Real Life Accident: Crew Member Dies During Mooring Operation

In order to attach the aft towline, the ship’s messenger line was lowered through the aft centreline Panama fairlead to the tug. The mate of the tug received the line and tied it to the tug’s messenger line which was attached, in turn, to the steel tow wire. The aft mooring team on the cargo vessel took up the slack in the messenger lines and attempted to heave up the tow wire by hand.

The tug’s mate realised what the cargo vessel’s crew were trying to do and indicated to them, by shouting and using hand gestures, that they should use a winch to heave up the tow wire. The tug’s steel tow wire was 44mm in diameter and weighed 7.8 kg/m. While the use of steel wire ropes is common, a significant number of tugs use towlines made from synthetic fibre. These materials are significantly lighter than a steel wire of equivalent diameter and strength and therefore can often be heaved in by hand.

The cargo vessel’s mooring team then decided to arrange the hauling operation as pictured below.


The carpenter had taken approximately eight to ten turns of the thick messenger line around the drum. These turns accumulated towards the outboard end of the drum as it rotated due to the angle of the lead from the pedestal fairlead. The free end of the messenger line then became entangled in ‘riding turns’, causing it to be heaved back into the warping drum with the part under tension. As this was happening, the tow wire came up onto the cargo vessel’s deck and the towing eye nearly reached the aft bitt.

As heaving continued, the messenger line slipped off the side of the warping drum, causing the tow wire to drop back down towards the tug. This re-occurred on several attempts until at one point, when the carpenter was standing with his head a few centimetres away from the drum, he was heard to cry out. The second officer stopped the winch and quickly moved around to the drum end. There, the carpenter was found slumped forward on the messenger line with a loop of rope hanging loosely around his neck. After medical attention at the port, the victim was declared dead due to a fracture dislocation of the cervical spine.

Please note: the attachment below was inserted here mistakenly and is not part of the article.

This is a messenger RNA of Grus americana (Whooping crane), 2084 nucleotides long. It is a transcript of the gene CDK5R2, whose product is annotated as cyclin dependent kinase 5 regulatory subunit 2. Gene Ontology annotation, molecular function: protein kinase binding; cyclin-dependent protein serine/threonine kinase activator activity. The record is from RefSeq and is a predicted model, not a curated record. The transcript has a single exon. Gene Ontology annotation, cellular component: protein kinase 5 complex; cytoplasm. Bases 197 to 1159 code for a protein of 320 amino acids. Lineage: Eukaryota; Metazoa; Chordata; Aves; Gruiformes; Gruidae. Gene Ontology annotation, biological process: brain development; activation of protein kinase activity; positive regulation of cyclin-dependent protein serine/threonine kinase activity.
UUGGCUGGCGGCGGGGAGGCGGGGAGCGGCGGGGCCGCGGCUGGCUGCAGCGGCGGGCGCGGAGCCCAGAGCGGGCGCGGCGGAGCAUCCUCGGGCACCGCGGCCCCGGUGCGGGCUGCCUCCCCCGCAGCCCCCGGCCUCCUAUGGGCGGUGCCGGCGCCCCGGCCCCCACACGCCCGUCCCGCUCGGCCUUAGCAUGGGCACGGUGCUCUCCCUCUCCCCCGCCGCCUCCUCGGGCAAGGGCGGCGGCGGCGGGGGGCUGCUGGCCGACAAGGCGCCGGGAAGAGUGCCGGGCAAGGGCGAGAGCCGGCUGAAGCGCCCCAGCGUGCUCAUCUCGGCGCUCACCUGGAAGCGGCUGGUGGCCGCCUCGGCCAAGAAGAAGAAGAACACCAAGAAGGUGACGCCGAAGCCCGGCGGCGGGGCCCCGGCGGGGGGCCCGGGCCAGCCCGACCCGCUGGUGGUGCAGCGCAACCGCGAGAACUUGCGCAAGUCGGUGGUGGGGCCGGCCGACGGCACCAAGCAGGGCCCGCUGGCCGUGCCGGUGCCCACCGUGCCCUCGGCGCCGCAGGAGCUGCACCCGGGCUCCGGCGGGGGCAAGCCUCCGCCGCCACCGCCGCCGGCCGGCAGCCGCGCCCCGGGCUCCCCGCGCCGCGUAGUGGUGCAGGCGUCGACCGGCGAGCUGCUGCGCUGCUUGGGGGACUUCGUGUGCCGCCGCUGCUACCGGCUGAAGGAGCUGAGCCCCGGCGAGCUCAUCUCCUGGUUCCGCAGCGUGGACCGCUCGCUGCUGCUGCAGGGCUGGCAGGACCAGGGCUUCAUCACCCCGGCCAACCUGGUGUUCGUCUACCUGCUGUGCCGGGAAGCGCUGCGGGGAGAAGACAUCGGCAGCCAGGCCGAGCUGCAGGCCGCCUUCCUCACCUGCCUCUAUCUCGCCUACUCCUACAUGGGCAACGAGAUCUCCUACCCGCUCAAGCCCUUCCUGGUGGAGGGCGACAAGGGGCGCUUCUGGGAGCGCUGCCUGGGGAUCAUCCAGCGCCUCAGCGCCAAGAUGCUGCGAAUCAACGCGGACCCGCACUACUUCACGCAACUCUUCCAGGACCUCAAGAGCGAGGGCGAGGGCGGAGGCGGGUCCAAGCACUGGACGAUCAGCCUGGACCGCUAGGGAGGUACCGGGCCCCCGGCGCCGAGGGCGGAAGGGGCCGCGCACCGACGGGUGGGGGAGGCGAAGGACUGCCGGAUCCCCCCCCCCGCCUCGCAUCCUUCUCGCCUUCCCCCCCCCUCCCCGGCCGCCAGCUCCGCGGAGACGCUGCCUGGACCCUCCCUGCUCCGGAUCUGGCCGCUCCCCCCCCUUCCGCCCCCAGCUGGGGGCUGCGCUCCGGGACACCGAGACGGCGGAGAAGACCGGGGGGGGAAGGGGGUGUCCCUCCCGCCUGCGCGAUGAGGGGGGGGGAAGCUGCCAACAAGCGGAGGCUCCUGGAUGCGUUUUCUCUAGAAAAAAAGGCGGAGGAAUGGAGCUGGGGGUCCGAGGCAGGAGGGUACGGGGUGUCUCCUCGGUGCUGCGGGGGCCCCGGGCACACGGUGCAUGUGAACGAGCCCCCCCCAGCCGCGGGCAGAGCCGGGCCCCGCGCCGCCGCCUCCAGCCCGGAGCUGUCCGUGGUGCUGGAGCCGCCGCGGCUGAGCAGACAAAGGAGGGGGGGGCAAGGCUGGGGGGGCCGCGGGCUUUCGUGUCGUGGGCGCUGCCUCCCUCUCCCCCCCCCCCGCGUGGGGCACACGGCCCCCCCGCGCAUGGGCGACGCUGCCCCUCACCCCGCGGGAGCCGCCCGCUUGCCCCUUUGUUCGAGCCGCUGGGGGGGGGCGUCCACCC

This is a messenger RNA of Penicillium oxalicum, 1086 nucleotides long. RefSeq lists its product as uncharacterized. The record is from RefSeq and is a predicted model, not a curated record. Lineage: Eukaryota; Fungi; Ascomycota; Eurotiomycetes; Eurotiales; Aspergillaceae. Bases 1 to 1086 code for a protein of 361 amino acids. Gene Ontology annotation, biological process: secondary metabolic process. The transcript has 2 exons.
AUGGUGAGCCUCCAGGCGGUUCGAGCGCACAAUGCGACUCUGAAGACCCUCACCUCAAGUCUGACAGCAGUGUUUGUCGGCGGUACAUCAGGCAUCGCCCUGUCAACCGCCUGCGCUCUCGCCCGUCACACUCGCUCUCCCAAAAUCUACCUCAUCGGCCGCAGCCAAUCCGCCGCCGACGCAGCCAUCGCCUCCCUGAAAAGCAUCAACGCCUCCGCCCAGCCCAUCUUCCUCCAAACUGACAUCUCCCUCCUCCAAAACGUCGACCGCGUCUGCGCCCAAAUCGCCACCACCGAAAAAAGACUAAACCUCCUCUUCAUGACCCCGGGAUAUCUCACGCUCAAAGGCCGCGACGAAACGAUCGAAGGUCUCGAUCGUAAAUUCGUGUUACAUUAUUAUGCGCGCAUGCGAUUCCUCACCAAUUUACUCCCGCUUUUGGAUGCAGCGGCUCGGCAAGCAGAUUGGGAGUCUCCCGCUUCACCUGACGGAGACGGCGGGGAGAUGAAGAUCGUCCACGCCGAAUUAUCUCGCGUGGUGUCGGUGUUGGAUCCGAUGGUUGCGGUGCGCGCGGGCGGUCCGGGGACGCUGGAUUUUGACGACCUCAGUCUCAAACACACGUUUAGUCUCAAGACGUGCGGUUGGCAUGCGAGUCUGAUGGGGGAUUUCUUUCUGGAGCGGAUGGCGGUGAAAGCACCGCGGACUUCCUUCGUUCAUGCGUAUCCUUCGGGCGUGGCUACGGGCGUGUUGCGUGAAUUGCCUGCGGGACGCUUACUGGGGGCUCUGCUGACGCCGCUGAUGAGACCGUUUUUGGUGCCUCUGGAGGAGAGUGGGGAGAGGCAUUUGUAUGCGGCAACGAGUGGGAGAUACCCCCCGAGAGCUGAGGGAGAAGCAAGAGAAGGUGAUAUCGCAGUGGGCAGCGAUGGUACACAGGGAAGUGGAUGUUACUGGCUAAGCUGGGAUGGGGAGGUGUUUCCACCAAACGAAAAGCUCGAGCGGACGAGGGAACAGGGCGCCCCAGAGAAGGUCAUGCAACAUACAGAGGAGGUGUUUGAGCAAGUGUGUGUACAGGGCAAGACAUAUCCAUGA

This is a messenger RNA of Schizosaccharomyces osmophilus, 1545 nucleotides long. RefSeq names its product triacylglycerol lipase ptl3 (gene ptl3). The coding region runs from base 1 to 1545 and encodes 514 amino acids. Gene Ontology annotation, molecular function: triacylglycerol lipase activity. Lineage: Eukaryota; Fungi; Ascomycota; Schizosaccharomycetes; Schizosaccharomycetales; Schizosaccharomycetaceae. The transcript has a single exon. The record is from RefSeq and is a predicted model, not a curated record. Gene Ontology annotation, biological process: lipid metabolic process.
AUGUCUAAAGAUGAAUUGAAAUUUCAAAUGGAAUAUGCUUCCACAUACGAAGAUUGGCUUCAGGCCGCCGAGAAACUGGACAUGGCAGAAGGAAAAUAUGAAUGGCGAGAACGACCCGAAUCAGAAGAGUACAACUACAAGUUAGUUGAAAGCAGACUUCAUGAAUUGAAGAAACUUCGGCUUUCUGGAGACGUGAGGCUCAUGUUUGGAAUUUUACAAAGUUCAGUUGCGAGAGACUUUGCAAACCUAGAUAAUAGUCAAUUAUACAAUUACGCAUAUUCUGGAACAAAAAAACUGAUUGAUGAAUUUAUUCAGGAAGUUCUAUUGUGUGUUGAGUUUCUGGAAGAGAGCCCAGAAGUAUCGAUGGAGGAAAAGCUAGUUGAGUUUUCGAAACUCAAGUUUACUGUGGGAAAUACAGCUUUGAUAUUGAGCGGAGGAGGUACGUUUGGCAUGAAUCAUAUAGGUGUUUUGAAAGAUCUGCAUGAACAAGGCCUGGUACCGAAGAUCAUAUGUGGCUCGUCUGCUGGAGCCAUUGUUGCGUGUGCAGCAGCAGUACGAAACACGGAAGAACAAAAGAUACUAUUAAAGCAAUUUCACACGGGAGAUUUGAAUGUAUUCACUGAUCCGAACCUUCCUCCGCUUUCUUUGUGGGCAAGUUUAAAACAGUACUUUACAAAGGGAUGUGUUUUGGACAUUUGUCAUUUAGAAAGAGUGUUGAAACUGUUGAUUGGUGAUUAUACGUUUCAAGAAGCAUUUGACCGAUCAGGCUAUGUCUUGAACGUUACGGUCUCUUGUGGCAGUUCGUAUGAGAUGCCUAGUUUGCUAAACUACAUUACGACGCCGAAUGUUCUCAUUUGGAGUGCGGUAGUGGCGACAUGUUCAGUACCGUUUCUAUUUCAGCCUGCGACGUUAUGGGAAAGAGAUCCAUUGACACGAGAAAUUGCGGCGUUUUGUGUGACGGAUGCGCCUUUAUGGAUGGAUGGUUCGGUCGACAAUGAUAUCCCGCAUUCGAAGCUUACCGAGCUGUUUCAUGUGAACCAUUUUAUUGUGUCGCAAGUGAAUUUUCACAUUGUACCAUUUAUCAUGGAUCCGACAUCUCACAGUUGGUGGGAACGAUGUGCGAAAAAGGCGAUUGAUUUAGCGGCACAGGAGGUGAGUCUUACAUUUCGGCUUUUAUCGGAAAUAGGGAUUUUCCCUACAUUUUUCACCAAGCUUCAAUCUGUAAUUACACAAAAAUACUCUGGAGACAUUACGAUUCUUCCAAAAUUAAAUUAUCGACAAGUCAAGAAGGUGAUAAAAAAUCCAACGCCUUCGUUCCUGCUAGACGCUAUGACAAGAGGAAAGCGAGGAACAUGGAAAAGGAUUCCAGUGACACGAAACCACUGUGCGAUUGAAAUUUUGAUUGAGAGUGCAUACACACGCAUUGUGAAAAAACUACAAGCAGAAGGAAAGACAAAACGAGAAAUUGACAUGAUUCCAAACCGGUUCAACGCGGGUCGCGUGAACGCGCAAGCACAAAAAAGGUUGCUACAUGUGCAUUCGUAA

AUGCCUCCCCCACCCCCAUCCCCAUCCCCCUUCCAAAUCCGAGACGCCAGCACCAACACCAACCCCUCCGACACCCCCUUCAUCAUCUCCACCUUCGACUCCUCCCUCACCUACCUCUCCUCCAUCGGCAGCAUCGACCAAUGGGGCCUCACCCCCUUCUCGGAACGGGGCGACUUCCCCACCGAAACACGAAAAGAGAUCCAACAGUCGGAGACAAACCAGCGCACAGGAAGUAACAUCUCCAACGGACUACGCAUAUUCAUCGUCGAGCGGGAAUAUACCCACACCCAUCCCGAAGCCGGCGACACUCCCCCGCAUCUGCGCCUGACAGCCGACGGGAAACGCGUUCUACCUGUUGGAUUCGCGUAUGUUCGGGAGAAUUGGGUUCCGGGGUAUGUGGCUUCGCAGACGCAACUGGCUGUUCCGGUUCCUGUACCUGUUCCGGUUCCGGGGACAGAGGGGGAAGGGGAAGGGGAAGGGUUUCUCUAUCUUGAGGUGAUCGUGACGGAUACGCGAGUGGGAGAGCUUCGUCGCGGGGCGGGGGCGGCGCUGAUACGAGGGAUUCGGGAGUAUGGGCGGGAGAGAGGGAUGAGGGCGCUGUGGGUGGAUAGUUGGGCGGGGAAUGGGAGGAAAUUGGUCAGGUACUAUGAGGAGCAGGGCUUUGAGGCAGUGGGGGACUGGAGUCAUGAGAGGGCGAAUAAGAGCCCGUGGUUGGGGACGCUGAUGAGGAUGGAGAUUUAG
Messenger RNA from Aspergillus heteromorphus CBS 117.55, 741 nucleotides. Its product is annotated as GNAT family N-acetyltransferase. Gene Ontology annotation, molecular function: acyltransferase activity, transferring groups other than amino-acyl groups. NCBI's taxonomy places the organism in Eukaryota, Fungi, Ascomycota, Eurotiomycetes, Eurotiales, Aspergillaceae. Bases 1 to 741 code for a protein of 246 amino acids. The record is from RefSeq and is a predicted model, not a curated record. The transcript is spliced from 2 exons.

Report finding

* Once the aft mooring team decided to use the starboard winch to heave up the tow wire, they chose, and then persisted with, an unsuitable lead for the messenger line. The messenger line not only damaged the winch’s hydraulic pipes, but also led onto the pedestal fairlead from the wrong direction. (The pedestal fairlead was designed to assist in taking a breast or spring mooring line from ashore, with the line exiting from the pedestal on its inboard side.)

* The aft mooring team did not follow the recommended practice of taking only sufficient turns on the drum to get traction (normally 3-4 turns), and backing up the tail of the messenger line as it payed off the drum. Instead, they decided to take up to 10 turns of the messenger line on the warping drum, effectively using the drum like a winch.

* Once the eye of the tow wire had been heaved up to the bitts, some method would have been needed to hold the wire safely while the eye was manhandled over the bitts. This would normally be done by holding the wire with a stopper, but a stopper was not employed at the time.

* The aft mooring team showed an absence of basic line-handling skills.

* The arrangement of the equipment on the aft mooring deck of the cargo vessel did not provide an obvious safe method of using a winch to heave in a tug’s tow wire through the centre lead.

* The configuration for heaving up a tug’s towline onto the aft deck of the cargo vessel was poor. The relative ease and speed with which the operation of securing a tug can be achieved on better laid out mooring decks (such as that shown below) illustrates the importance of good design. Well-designed, ergonomically efficient equipment has a major role in preventing accidents by naturally encouraging people to work safely and discouraging bad practices. Conversely, poorly designed equipment, such as in this case, increases the likelihood of people taking short-cuts and making errors.

An example of good design, which in turn promotes safe practice:

mooring 2

Reference: Nautinst

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One Comment

  1. I cannot believe the basic skills on mooring operations have been lost to shoody seamanship! This is basic seamanship!

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